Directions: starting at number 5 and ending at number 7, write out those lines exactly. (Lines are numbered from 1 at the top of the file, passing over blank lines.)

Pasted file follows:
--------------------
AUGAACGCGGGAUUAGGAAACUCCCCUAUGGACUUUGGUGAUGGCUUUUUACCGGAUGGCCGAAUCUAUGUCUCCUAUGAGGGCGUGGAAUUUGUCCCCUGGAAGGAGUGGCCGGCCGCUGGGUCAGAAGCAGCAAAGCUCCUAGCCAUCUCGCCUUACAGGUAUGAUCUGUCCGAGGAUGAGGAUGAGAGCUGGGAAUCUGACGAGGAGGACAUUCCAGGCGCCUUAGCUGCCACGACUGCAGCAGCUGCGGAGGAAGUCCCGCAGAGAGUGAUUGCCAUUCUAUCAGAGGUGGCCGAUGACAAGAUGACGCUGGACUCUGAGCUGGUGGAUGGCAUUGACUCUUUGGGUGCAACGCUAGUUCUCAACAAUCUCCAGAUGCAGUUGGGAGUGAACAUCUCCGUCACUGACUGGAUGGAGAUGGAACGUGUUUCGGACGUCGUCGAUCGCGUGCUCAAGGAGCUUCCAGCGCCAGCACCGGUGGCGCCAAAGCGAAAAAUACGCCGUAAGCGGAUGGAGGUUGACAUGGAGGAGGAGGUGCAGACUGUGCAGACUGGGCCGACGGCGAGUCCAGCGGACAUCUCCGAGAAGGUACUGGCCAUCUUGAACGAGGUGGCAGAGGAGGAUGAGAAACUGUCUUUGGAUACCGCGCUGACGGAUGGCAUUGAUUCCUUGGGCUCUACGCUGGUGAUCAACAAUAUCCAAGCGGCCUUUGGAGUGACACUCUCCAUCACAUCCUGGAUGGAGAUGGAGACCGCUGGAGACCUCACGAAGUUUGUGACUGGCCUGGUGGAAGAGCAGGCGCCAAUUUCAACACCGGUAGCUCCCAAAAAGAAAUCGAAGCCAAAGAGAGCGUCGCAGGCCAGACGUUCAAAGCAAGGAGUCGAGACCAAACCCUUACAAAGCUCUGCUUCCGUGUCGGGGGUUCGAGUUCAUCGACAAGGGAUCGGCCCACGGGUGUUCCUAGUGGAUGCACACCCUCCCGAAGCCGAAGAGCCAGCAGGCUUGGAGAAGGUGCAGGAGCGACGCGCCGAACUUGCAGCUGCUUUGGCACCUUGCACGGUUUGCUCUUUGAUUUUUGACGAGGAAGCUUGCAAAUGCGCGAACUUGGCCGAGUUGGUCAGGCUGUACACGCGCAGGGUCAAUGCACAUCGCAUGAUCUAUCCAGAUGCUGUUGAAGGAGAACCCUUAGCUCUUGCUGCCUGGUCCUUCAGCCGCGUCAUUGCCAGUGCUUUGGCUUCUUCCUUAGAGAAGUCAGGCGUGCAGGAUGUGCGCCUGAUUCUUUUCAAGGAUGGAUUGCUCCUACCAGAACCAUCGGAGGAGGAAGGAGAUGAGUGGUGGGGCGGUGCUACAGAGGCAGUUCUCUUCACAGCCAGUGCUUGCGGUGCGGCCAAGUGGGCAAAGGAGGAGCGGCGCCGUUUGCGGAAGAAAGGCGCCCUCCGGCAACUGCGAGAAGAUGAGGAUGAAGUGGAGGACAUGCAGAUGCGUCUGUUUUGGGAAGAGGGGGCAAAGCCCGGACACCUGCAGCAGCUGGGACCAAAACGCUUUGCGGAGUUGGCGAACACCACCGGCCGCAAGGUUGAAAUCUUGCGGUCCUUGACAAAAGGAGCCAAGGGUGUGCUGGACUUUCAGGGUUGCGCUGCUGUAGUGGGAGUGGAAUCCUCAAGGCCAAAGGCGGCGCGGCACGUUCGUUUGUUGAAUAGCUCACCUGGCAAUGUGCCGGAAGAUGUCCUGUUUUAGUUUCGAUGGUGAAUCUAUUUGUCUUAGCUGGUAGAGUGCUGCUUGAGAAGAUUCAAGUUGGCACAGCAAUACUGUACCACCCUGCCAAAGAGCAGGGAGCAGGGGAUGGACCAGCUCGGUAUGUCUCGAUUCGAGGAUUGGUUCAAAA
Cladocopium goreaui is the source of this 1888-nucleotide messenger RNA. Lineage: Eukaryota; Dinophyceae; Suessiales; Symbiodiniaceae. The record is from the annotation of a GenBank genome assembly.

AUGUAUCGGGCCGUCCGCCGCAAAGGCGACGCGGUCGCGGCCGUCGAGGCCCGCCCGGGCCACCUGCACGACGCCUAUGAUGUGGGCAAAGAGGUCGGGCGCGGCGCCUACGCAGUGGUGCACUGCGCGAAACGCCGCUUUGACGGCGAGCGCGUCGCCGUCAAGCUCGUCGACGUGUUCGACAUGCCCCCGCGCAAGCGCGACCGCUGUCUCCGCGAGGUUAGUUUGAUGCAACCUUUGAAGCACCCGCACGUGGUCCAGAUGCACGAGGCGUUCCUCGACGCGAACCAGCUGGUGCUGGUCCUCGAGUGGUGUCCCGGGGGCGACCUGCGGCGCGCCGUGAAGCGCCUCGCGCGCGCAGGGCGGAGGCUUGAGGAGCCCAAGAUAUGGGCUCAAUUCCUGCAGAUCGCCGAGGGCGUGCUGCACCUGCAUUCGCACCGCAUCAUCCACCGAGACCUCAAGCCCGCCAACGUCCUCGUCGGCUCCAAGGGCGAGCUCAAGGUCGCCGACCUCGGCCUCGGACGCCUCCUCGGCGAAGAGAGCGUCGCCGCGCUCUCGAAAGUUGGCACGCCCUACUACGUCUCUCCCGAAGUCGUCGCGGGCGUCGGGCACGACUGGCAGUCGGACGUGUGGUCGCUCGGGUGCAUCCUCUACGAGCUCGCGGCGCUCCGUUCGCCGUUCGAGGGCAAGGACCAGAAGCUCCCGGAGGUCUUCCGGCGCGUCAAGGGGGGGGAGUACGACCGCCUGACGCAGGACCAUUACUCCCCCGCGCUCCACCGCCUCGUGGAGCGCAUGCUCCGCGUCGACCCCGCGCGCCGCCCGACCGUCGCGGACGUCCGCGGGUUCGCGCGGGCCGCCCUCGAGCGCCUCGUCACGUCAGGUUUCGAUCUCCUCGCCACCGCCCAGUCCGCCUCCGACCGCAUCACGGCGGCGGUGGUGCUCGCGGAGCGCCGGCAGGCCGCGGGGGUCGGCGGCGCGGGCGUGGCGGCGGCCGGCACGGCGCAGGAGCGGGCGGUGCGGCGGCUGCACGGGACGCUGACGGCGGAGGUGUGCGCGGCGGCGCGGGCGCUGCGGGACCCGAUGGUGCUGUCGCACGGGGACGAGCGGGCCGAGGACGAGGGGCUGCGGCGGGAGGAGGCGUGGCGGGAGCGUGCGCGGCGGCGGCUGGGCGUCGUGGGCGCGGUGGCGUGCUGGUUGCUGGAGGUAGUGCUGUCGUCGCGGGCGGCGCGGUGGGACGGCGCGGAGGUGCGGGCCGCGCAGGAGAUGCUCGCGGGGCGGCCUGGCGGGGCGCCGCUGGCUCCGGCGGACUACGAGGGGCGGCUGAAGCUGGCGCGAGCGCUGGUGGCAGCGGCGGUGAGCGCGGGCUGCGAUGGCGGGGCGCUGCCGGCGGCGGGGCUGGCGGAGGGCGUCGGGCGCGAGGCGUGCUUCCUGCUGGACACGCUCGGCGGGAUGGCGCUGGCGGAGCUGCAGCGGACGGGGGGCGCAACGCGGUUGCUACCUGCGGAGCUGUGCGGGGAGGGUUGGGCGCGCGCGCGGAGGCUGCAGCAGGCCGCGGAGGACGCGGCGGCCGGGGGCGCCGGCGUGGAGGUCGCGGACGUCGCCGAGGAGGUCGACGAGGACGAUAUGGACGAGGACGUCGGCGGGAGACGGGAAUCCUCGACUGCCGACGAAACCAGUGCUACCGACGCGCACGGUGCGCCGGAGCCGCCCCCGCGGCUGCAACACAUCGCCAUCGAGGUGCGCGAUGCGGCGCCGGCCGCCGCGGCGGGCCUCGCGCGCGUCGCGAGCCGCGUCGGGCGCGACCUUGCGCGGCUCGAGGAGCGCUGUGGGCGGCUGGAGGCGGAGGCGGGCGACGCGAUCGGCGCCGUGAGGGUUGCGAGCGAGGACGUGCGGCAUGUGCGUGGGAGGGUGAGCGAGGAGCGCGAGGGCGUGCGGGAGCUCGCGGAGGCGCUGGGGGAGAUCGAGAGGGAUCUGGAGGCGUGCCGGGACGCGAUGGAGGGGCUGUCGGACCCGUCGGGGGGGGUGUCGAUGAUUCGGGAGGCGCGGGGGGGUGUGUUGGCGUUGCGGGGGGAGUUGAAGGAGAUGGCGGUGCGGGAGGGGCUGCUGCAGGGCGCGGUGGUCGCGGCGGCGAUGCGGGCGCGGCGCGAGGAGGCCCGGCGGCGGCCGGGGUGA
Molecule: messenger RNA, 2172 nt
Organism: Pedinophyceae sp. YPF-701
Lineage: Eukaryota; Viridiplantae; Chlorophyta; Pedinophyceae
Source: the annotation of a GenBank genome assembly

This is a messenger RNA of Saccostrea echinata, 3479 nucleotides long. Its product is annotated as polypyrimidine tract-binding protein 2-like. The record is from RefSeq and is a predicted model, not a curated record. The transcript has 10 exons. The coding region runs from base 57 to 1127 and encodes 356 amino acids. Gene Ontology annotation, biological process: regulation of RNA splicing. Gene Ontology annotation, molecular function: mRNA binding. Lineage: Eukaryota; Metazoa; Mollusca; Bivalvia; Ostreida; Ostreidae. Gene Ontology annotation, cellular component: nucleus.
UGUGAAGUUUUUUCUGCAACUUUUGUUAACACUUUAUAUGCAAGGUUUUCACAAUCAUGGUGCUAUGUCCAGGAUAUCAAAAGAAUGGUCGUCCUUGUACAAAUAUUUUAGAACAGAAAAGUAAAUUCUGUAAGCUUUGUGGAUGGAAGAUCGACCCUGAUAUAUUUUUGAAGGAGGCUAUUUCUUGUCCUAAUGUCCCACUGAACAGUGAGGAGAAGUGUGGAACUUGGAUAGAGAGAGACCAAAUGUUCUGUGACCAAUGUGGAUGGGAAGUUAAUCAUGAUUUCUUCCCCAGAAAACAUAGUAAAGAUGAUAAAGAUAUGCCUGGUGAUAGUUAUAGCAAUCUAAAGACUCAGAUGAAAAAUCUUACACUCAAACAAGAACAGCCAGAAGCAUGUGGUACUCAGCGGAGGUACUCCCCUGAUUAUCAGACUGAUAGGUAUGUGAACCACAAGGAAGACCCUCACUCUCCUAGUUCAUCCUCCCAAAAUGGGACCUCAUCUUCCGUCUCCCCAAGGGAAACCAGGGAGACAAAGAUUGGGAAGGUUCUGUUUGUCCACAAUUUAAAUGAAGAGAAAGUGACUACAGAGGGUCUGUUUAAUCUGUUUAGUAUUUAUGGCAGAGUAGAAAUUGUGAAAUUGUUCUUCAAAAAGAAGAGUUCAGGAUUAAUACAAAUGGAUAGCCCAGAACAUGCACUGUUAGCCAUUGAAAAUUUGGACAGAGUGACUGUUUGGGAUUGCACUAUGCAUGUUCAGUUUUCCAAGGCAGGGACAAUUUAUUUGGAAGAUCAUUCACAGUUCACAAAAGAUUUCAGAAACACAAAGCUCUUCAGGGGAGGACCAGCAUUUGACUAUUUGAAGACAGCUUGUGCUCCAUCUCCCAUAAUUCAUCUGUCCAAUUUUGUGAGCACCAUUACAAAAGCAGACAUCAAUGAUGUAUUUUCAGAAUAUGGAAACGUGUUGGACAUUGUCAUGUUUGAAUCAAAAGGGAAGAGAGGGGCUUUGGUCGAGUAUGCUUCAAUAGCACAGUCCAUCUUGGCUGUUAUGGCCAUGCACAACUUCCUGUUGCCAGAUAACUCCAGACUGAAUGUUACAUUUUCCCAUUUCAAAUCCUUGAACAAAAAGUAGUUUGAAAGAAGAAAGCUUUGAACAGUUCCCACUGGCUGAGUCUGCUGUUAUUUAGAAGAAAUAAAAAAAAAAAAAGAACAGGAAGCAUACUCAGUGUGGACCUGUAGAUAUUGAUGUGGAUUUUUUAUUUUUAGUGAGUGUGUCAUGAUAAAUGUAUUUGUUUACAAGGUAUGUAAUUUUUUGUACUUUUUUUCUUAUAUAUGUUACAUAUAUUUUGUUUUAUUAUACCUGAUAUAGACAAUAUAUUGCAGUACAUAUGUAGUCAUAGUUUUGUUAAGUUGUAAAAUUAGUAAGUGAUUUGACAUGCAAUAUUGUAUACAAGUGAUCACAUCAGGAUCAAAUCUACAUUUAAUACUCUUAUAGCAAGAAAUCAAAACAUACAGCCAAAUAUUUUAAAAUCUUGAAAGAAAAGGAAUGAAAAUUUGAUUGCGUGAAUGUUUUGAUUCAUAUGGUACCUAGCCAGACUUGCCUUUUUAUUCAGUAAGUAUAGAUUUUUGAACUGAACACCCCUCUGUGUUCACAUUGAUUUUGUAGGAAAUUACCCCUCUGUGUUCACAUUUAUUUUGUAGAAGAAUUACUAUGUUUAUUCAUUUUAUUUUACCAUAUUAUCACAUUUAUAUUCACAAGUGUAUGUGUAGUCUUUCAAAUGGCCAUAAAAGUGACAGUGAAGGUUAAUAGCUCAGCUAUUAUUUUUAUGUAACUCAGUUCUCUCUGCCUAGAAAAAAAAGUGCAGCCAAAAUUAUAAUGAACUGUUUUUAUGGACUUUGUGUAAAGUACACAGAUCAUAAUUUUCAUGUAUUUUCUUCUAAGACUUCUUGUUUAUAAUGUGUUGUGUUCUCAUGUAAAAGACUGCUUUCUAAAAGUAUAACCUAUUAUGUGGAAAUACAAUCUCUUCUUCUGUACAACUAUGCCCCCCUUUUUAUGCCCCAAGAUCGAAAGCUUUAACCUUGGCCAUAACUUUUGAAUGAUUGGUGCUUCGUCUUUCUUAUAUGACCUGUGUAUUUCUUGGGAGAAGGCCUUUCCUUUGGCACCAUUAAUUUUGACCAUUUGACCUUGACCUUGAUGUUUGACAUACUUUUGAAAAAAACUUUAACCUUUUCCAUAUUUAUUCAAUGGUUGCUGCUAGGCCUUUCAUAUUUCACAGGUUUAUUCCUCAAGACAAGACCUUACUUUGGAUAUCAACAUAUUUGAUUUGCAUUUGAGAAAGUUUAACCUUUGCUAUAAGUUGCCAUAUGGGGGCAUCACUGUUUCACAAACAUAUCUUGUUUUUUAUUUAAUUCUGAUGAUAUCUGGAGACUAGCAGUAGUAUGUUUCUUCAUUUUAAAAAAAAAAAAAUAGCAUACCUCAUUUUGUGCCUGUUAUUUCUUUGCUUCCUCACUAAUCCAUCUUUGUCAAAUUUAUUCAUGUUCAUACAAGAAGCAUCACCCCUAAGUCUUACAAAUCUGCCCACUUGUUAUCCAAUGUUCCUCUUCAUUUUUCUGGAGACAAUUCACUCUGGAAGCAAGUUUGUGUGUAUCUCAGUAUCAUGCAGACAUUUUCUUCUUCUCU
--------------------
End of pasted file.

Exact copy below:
Organism: Pedinophyceae sp. YPF-701
Lineage: Eukaryota; Viridiplantae; Chlorophyta; Pedinophyceae
Source: the annotation of a GenBank genome assembly